Linear Stacking Cosine Embeddings


February 17, 2023

Dense embeddings of entities measured by cosine similarity are a widespread useful tool in machine learning. In natural language processing they come up through procedures such as matrix factorization, word2vec, GloVe, or from transformer models where they represent similarity of words by types of co-occurance. These also occur at a sentence or document level through SentenceTransformers. These techniques are related to implicit matrix factorization which is a common techniques in implicit recommendations where it is known as collaborative filtering. Embeddings also occur in graph settings which subsumes local context word methods (a graph where words that occur together are connected) and collaborative filtering (a graph where users are connected to items). They are also very useful for information retrieval because they are amenable to Approximate Nearest Neighbours methods (through Locality-sensitive-hashing; specifically random projections) and are used in IR systems such as Dense Passage Retrieval and ColBERT and in many industrial settings such as Facebook search.

In many cases we can have multiple embeddings, either representing different features (such as a description and a location) or representing different aspects of a feature (such as GloVe embeddings and embeddings from a Truncated SVD of PMI matrix of local co-occurance). There’s a simple way to combine them via a weighted combination to obtain a new cosine embedding, which can again be used for efficient search. The underlying mathematics is in Section 6.2 of Embedding-based Retrieval in Facebook Search. If we have training dataset of X_train and y_train we can learn the optimal feature weights through Linear Regression in Python.

We can represent each embedding as a Pandas DataFrame (or numpy array) containing the vector representation of each row. Then the models can be stored as a dictionary from their name to the embeddings. We can calculate the cosine similarities with X_train for each model, and then optimise it to maximise similarity to y_train. A simple way to do this is with Linear Regression.

from sklearn.linear import LinearRegression
import numpy as np
import pandas as pd

def get_stack_weights(models: dict[str, pd.DataFrame],
                      X_train, y_train) -> dict[str, float]:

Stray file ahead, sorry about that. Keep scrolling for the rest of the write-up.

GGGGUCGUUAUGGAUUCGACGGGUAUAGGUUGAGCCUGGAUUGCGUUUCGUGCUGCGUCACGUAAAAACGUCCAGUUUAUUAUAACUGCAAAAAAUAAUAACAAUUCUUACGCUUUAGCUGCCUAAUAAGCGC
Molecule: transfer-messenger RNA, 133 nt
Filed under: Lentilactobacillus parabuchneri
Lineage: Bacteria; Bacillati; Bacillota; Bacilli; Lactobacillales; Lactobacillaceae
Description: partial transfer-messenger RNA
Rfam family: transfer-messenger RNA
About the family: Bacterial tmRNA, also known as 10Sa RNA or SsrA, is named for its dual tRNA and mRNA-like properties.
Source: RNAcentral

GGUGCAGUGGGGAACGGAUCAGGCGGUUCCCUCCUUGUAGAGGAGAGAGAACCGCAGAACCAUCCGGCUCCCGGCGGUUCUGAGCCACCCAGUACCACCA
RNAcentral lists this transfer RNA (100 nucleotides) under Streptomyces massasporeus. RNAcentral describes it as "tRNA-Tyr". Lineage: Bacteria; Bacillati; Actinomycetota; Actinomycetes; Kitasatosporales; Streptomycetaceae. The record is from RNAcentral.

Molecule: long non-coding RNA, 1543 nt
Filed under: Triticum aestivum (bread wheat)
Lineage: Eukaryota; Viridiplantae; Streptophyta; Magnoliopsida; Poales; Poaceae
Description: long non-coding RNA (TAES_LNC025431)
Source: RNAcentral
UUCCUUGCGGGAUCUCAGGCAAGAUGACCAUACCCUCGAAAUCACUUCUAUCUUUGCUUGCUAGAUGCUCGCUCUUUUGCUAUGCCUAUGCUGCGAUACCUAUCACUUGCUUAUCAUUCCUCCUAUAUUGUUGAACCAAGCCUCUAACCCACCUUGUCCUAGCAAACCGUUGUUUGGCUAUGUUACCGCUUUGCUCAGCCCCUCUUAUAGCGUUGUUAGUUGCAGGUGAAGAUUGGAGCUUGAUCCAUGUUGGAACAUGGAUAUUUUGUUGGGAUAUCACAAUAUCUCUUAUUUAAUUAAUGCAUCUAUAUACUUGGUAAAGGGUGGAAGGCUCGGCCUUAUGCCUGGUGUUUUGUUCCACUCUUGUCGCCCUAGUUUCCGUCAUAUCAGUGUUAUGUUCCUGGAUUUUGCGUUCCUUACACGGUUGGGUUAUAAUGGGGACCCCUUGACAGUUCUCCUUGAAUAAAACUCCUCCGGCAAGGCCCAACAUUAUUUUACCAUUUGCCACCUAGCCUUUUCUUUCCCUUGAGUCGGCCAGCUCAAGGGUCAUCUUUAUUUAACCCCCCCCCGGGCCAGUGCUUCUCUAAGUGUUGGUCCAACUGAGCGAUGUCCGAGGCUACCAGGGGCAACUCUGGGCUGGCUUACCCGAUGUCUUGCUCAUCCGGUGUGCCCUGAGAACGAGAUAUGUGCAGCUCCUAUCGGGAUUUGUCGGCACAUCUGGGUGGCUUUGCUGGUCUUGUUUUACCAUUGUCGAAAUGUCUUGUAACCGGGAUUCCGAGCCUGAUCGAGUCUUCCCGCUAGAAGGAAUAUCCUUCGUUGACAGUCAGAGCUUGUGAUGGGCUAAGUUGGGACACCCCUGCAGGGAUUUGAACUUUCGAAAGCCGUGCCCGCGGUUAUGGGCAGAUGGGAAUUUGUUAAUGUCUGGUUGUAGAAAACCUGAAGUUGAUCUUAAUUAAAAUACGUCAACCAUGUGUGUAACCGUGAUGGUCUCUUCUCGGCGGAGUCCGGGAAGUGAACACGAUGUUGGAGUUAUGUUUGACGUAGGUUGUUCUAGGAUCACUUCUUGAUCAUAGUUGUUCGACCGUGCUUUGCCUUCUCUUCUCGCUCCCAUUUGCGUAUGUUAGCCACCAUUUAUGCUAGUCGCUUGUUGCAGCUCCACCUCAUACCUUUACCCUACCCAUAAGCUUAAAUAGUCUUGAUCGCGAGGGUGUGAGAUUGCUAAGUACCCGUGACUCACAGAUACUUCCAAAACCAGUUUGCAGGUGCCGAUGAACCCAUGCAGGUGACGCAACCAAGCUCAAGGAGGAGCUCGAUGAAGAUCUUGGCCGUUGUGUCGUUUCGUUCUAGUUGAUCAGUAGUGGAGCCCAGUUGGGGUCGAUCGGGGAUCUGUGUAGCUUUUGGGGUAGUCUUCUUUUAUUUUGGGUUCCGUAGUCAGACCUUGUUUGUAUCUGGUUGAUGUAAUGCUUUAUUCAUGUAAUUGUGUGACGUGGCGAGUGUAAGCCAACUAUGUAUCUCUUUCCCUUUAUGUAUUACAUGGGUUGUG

X = np.array([cosine_predictions(X_train, v) for v in models.values()]).T

    lr = LinearRegression(), y_train)
    return {model: coef for model, coef in zip(models, lr.coef_)}

The cosine predictions are the dot product once we’ve normalised them.

def row_normalise(df):
    """l2 normalise each row of df"""
    row_norms = np.sqrt((np.array(df)**2).sum(axis=1))
    return df / row_norms[:, None]

def cosine_predictions(X1, X2):
    """Return cosine distances of pairs in rel_df using vsm_df"""
    return (row_normalise(X1) * row_normalise(X2)).sum(axis=1)

Then we can combine the models using these weights by using a weighted concatenation. We would want to discard any models with a low weight, set here with a threshold.

def combine_models(models: dict[str, pd.DataFrame],
                    weights: dict[str, float],
                    threshold=0.05) -> pd.DataFrame:
    """Combine vector models using weights

    Any model with a weight < threshold * max(weight) is discarded.
    max_weight = max(weights.values())
    assert max_weight > 0, "At least one weight should be positive"

    vocab = sorted(get_common_vocab(models.values()))

    result = []

    for model_name in models:
        weight = weights[model_name] / max_weight

        if weight > threshold:
            # Weight by sqrt(weight) since it appears on both sides of cosine product
            # This is for a symmetric model
            result.append(np.sqrt(weight) * row_normalise(models[model_name].loc[vocab]))
    return pd.concat(result, axis=1)

This is just the start of this technique, some natural extensions are:

But this is a surprisingly effective baseline.